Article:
With STATIC, you can also use @@CURSOR_ROWS (see link in 2nd comment above) without having to run a separate COUNT query.
declare @islast = 0
declare c cursor STATIC for ....
open c
fetch next from c into @var
while @@fetch_status = 0 begin
 -- test if we are on the last row
 fetch next from c into @var
 set @islast = case when @@fetch_status = -1 then 1 else 0 end
 fetch prior from c into @var  -- go back to proper location

 if @islast = 1 then ......

  -- rest of code

 fetch next from c into @var
end

Open in new window

0
 
LVL 7

Author Comment

by:NathanIrwin
ID: 33507834
Thanks for the quick responses, I will try some of these and get back to you
0
 
LVL 7

Author Closing Comment

by:NathanIrwin
ID: 33507903
Thanks cyberkiwi.
I basically used a combination of you answers:
basically....

WHILE (@@FETCH_STATUS =0)
   modify first record
   FETCH NEXT
   modify the rest of the records
IF (@@FETCH_STATUS =-1)
   modify last record
END
END

Cheers
Nathan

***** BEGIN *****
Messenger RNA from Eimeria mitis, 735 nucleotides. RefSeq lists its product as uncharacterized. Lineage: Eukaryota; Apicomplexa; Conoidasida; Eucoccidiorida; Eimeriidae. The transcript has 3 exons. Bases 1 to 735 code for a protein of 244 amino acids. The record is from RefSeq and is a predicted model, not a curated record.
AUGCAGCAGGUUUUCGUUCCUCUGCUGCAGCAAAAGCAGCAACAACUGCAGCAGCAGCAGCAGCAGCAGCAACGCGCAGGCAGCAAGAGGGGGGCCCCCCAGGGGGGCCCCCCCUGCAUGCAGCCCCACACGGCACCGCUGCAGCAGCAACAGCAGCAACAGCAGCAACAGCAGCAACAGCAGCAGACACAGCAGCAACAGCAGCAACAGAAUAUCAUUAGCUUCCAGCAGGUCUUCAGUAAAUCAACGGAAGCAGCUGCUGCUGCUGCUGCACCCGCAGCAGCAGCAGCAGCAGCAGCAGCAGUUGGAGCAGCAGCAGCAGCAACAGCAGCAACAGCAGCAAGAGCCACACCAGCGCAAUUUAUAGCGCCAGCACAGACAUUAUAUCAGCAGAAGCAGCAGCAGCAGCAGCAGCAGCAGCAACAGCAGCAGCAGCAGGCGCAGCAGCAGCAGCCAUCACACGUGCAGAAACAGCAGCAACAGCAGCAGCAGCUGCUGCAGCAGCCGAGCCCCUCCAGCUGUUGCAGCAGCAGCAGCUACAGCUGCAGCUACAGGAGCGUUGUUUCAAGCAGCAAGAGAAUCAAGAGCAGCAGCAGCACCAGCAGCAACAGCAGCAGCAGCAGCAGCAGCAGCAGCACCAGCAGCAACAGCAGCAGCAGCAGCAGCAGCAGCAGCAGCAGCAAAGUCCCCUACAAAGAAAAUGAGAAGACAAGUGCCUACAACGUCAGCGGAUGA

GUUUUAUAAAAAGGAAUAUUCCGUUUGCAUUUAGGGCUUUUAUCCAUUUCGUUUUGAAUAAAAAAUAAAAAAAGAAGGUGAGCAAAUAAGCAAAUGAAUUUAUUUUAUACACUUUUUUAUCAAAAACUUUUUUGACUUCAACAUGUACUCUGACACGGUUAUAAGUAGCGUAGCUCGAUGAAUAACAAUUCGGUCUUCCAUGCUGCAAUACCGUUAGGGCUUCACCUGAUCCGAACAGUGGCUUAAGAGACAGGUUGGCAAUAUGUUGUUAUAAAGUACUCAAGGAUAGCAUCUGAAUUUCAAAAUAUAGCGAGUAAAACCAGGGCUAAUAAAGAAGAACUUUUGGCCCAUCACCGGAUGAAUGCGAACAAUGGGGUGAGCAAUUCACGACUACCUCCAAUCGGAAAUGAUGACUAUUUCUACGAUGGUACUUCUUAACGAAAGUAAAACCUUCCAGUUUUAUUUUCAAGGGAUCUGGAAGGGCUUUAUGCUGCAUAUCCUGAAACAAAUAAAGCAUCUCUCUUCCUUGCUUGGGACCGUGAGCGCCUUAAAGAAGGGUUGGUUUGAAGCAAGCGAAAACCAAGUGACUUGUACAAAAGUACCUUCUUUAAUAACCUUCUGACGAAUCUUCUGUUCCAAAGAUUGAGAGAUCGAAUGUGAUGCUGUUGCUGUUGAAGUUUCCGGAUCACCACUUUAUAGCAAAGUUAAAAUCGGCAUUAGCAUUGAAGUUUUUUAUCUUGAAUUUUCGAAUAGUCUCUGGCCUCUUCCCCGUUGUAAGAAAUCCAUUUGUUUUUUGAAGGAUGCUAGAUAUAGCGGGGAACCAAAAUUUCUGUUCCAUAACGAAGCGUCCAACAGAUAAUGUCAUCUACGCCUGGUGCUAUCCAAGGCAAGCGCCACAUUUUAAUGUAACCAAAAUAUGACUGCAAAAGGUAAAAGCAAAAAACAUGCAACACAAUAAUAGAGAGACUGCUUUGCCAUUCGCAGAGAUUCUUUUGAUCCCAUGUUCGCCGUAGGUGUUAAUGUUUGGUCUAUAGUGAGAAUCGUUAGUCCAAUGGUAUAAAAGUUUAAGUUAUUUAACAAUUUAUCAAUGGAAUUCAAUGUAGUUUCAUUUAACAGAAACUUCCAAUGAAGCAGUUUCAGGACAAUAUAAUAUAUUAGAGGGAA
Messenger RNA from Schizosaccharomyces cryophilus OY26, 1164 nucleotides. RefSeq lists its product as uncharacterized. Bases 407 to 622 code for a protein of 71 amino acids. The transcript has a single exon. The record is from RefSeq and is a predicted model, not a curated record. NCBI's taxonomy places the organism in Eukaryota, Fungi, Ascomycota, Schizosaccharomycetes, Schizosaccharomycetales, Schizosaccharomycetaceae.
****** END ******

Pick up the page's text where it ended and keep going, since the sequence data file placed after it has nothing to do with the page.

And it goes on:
0

Featured Post

Independent Software Vendors: We Want Your Opinion

We value your feedback.

Take our survey and automatically be enter to win anyone of the following:
Yeti Cooler, Amazon eGift Card, and Movie eGift Card!

Question has a verified solution.

If you are experiencing a similar issue, please ask a related question

Use this article to create a batch file to backup a Microsoft SQL Server database to a Windows folder.  The folder can be on the local hard drive or on a network share.  This batch file will query the SQL server to get the current date & time and wi…
International Data Corporation (IDC) prognosticates that before the current the year gets over disbursing on IT framework products to be sent in cloud environs will be $37.1B.
Via a live example combined with referencing Books Online, show some of the information that can be extracted from the Catalog Views in SQL Server.
Via a live example, show how to extract insert data into a SQL Server database table using the Import/Export option and Bulk Insert.

740 members asked questions and received personalized solutions in the past 7 days.

Join the community of 500,000 technology professionals and ask your questions.

Join & Ask a Question